English Channel swim shows how close UK and Europe are and should be despite Brexit – Scotsman comment

Swimming from the somewhat patriotically named Shakespeare Beach near Dover to ‘Cape Grey Nose’ – more correctly Cap Gris-Nez – on the French coast, Andrew Donaldson took just eight hours, exactly, to cross the English Channel, aka La Manche.

Andrew Donaldson swam the English Channel in eight hours exactly (Picture: Andy Donaldson)
Andrew Donaldson swam the English Channel in eight hours exactly (Picture: Andy Donaldson)

The 31-year-old’s time to complete what is known as “the Everest of swimming” is thought to be the fastest of the past decade.

Originally from West Kilbride, Donaldson was inspired to take on the feat by the beneficial effects of swimming on his mental health and he plans to complete the Oceans Seven challenge – taking in the Irish Sea’s North Strait and the Cook Strait in New Zealand, among others – to raise money for research.

The ability of a swimmer to cross the Channel under their own steam is a reminder of just how close this country really is to Europe, however far apart we may seem at times.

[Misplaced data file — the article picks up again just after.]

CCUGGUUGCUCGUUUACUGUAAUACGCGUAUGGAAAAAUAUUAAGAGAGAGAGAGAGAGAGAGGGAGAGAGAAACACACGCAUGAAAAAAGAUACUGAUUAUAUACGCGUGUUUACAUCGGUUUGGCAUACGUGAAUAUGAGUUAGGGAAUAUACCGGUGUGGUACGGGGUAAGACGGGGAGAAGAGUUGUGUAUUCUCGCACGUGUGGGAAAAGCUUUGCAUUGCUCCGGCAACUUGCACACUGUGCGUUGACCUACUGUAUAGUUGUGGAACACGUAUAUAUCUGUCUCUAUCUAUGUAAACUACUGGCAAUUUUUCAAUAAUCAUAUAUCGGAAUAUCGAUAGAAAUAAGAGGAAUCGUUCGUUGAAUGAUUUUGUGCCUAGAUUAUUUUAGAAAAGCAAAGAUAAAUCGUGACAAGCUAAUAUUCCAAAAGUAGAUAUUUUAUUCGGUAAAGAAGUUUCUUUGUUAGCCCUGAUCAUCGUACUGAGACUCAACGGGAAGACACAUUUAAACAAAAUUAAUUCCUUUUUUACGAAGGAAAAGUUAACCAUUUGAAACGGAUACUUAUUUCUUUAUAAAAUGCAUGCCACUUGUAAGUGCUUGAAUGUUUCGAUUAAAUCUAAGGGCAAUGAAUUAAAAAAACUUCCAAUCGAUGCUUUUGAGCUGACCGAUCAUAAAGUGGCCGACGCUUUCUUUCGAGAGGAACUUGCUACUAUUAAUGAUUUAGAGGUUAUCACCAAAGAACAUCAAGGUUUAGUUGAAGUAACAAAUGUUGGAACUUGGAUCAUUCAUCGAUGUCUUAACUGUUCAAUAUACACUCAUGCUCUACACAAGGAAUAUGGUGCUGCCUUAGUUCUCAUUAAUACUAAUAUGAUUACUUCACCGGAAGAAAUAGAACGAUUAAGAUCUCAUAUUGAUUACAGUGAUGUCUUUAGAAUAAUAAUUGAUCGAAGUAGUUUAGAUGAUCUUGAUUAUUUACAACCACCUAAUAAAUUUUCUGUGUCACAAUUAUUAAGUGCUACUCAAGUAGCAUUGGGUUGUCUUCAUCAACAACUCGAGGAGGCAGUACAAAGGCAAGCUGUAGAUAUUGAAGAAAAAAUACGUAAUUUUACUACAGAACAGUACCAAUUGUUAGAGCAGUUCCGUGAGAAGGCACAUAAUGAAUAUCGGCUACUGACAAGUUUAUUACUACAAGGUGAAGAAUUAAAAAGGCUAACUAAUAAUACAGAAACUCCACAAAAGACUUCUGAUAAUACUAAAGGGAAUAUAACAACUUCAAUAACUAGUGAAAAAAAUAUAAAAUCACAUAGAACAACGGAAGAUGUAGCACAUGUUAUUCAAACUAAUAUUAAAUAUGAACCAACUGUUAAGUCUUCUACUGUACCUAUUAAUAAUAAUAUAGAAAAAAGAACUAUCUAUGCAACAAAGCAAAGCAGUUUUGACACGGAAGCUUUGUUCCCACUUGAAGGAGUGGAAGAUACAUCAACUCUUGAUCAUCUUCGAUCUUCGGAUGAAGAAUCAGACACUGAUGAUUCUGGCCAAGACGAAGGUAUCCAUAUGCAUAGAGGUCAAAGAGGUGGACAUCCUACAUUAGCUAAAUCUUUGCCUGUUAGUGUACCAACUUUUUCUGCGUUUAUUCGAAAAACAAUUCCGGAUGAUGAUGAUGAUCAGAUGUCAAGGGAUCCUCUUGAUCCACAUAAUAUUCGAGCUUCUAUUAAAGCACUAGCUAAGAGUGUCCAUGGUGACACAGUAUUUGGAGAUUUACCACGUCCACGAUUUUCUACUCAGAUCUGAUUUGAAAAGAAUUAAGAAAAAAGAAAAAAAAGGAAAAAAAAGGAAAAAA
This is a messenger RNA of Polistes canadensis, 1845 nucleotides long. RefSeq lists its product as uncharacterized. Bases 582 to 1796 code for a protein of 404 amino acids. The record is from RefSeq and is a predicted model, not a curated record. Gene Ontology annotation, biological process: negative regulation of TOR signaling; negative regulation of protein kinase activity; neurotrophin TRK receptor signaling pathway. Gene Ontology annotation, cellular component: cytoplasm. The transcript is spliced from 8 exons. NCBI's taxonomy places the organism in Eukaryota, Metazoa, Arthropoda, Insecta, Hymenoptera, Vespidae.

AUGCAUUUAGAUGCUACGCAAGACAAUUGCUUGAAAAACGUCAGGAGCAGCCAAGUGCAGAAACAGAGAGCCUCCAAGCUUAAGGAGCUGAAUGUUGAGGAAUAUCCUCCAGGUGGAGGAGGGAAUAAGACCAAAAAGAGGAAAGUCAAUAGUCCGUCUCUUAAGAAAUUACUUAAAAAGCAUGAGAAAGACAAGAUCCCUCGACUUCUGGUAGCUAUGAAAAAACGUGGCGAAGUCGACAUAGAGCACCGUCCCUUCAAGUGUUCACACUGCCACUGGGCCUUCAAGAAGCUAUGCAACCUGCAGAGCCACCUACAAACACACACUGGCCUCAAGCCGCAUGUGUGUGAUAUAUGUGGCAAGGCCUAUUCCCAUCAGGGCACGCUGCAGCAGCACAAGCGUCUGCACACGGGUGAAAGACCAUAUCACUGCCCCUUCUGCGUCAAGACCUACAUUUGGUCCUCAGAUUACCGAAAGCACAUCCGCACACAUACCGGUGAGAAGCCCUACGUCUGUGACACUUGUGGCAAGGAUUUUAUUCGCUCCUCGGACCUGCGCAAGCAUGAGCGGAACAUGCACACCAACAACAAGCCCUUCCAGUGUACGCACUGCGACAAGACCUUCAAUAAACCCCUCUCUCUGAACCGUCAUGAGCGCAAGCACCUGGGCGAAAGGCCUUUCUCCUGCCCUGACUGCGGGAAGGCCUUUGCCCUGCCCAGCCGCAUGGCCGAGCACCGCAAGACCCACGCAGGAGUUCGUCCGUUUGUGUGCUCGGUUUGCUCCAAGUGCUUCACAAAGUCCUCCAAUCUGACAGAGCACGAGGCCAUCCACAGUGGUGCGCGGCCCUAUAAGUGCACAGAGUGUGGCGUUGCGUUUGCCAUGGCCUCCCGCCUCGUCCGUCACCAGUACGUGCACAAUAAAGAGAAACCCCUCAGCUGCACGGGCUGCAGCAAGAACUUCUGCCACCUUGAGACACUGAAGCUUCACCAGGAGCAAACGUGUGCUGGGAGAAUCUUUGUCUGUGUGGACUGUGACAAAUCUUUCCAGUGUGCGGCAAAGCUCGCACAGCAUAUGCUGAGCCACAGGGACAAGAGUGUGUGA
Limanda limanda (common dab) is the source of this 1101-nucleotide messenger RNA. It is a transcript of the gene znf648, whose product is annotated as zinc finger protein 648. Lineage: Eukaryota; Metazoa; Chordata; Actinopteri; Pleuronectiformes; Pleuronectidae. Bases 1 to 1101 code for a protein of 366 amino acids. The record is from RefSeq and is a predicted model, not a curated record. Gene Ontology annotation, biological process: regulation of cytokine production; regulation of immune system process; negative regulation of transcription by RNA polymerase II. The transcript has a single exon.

And, for all the barriers of language and new borders following Brexit, there are so many more reasons to be firm friends with our neighbours.

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Scot sets new record for swimming the English Channel

Like the UK, most European countries are peaceful, liberal democracies who adhere to the rule of law, members of Nato – all the more vital as Vladimir Putin wages his war on Ukraine – and crucial trading partners.

Any divorce can cause lasting rancour and bitterness. But, following Britain’s departure from the European Union, such sentiments should be discarded by our political leaders and any remaining disputes, particularly over the Northern Ireland Protocol, settled as amicably as possible.

For all our sakes, we should try to bridge, or swim, the metaphorical divide in any way we can.

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